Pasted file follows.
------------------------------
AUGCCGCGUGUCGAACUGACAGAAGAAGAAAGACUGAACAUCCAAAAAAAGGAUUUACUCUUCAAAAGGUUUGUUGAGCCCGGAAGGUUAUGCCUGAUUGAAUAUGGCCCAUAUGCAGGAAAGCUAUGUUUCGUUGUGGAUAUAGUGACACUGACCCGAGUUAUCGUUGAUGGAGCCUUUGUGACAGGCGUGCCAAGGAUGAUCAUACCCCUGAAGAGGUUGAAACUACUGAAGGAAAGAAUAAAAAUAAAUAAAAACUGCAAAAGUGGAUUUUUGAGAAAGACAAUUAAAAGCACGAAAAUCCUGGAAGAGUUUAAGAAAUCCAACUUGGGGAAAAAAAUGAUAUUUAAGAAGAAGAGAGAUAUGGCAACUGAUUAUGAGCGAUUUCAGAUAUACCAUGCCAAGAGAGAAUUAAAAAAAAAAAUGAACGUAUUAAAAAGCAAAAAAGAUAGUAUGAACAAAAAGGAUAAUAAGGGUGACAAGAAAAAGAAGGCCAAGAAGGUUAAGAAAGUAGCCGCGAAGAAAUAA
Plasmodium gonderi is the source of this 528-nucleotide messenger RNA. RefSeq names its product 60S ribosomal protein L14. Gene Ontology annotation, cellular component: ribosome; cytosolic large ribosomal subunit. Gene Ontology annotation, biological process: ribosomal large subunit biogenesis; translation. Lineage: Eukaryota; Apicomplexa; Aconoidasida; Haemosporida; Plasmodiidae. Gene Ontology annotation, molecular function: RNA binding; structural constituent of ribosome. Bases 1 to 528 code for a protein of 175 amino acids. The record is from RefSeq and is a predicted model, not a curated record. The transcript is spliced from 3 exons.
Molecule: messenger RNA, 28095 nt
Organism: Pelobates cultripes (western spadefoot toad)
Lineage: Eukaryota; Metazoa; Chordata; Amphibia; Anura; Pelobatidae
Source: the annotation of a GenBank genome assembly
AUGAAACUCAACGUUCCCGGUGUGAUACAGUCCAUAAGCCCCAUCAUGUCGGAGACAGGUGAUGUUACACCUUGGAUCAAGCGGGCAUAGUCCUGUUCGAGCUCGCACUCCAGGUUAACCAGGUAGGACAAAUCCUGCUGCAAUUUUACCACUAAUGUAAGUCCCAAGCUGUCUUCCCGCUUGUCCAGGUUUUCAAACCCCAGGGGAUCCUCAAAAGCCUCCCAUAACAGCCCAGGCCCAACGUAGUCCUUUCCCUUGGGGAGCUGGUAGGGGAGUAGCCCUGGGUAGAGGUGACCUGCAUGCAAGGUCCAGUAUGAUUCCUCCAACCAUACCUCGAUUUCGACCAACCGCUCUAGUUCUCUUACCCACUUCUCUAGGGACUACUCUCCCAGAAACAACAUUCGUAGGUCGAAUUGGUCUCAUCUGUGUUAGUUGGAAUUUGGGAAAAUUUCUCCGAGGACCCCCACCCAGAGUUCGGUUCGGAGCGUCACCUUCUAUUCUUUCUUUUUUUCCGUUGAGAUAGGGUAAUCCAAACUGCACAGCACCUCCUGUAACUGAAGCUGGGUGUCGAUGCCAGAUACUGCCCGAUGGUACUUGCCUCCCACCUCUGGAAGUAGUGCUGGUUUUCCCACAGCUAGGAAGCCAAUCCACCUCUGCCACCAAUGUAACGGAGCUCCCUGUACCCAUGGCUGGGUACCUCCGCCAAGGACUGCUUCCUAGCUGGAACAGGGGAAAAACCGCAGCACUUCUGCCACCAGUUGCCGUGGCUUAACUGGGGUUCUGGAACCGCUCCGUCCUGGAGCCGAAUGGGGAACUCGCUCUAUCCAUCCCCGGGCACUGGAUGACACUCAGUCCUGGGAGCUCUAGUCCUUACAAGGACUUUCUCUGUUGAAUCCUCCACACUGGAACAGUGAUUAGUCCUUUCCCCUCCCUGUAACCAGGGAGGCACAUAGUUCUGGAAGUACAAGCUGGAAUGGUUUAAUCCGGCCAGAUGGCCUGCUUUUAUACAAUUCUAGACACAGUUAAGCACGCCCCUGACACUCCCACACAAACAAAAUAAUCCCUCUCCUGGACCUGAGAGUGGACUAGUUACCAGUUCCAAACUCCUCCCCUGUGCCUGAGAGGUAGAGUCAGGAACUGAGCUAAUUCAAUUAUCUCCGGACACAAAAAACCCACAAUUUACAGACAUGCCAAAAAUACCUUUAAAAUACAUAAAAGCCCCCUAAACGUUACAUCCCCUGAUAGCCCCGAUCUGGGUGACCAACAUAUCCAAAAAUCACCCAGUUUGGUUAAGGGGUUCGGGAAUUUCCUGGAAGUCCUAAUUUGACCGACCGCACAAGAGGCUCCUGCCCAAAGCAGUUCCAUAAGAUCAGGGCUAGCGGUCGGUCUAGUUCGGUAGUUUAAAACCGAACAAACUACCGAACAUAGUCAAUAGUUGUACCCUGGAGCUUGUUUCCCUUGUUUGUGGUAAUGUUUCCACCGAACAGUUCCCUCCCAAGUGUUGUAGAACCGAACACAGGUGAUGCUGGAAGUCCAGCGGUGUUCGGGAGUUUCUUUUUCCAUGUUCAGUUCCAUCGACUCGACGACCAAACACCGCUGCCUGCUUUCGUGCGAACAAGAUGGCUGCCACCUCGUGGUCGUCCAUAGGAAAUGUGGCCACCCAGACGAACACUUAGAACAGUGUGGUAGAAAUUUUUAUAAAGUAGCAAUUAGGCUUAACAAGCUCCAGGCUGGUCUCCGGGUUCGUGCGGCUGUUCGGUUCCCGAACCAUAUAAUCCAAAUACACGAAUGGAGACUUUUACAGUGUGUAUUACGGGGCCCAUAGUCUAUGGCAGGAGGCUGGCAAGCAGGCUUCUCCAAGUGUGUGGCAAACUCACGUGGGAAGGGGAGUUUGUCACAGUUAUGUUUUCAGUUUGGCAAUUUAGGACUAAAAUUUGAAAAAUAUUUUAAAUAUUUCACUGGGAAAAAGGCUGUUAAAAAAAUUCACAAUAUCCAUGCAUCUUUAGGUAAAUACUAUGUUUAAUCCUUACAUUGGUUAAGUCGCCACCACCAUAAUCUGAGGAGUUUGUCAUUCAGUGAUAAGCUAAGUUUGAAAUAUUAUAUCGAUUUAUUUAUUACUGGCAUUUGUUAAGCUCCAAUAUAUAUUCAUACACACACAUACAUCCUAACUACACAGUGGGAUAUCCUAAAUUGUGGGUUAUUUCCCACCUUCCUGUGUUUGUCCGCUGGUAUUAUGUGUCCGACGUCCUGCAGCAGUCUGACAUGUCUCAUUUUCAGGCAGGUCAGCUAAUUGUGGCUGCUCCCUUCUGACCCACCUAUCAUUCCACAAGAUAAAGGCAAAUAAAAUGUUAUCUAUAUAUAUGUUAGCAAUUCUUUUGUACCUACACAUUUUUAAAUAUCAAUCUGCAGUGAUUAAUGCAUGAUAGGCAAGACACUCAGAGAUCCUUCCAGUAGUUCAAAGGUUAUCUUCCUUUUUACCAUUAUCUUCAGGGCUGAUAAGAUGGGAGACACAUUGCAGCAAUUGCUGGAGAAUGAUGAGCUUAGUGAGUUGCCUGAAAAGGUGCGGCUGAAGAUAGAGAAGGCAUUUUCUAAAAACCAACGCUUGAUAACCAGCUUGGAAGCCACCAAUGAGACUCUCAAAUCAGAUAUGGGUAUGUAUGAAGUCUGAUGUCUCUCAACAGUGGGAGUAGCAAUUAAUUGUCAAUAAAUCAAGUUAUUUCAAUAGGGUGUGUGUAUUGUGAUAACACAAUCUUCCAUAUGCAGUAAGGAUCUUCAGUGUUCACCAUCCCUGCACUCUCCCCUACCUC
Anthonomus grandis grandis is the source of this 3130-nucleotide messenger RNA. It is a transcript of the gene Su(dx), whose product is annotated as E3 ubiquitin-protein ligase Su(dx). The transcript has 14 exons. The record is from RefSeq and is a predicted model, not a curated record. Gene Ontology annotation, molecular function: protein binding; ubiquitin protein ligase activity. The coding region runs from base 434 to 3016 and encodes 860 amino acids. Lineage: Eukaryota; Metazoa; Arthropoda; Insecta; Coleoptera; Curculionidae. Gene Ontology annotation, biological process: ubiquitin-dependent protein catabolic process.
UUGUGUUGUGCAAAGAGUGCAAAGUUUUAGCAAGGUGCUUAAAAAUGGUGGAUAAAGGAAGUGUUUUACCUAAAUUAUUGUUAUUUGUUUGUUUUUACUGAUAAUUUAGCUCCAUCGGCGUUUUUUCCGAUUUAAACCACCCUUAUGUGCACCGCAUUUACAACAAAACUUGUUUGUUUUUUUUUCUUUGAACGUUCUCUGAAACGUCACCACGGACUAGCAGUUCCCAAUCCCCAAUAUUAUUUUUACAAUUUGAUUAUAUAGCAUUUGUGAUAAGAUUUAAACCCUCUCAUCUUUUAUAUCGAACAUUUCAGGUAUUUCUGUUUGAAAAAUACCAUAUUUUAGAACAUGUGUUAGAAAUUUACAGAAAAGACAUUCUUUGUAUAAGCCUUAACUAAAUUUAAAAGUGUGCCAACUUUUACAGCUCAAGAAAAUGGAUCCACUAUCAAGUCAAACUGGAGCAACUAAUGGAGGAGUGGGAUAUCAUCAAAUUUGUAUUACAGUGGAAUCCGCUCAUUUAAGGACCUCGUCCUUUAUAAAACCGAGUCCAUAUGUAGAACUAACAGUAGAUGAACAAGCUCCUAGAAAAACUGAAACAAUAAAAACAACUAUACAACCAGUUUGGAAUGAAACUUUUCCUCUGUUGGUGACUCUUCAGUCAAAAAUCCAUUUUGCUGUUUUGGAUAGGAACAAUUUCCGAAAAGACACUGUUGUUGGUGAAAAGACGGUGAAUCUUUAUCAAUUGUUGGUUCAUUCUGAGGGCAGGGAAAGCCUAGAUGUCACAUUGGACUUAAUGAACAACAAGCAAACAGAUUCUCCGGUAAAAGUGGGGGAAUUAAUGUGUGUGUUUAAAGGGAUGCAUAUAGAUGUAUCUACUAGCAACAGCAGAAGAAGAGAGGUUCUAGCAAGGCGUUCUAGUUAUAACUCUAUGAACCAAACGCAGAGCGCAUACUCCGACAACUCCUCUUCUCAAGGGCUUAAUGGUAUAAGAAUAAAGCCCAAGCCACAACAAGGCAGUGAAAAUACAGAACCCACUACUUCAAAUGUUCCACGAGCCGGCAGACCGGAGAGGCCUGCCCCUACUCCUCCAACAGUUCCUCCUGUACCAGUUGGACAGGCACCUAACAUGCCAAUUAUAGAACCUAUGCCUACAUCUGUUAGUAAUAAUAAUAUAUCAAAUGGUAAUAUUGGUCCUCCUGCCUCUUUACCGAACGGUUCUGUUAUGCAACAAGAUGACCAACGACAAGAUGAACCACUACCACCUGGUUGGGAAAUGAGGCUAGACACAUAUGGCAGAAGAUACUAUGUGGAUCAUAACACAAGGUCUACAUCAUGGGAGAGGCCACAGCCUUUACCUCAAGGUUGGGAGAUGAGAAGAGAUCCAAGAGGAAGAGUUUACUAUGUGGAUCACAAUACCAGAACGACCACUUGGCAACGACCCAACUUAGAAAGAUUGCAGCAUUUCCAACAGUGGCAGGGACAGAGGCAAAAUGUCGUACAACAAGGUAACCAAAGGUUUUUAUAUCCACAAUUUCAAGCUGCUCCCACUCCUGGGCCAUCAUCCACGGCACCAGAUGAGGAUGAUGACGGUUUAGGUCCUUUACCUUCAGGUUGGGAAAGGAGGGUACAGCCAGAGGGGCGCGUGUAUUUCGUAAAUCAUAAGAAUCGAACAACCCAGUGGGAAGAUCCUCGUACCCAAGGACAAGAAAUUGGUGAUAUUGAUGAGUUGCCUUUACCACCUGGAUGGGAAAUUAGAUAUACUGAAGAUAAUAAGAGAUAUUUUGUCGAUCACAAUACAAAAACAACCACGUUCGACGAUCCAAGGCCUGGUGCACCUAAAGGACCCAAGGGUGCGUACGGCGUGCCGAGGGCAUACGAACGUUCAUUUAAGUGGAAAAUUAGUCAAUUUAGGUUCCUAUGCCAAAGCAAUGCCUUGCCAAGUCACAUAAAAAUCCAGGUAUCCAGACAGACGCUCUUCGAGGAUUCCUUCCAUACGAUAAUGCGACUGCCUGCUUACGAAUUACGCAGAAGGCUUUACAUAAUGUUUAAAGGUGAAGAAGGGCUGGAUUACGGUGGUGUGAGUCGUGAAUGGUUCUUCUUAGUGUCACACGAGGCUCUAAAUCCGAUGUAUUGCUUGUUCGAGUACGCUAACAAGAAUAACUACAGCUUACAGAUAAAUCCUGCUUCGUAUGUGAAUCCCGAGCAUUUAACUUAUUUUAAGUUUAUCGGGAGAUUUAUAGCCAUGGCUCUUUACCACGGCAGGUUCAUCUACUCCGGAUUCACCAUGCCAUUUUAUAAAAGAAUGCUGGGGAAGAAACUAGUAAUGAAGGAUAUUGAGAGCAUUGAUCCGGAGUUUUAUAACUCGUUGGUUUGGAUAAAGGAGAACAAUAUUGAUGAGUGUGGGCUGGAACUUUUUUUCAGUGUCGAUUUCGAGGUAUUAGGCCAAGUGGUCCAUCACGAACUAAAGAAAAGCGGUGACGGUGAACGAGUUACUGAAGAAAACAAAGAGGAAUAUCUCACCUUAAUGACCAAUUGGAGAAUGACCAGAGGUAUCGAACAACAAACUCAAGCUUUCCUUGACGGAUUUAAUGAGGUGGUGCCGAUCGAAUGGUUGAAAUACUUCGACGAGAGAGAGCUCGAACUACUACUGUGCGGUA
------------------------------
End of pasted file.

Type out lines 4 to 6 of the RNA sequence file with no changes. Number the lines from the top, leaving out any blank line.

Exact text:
Organism: Pelobates cultripes (western spadefoot toad)
Lineage: Eukaryota; Metazoa; Chordata; Amphibia; Anura; Pelobatidae
Source: the annotation of a GenBank genome assembly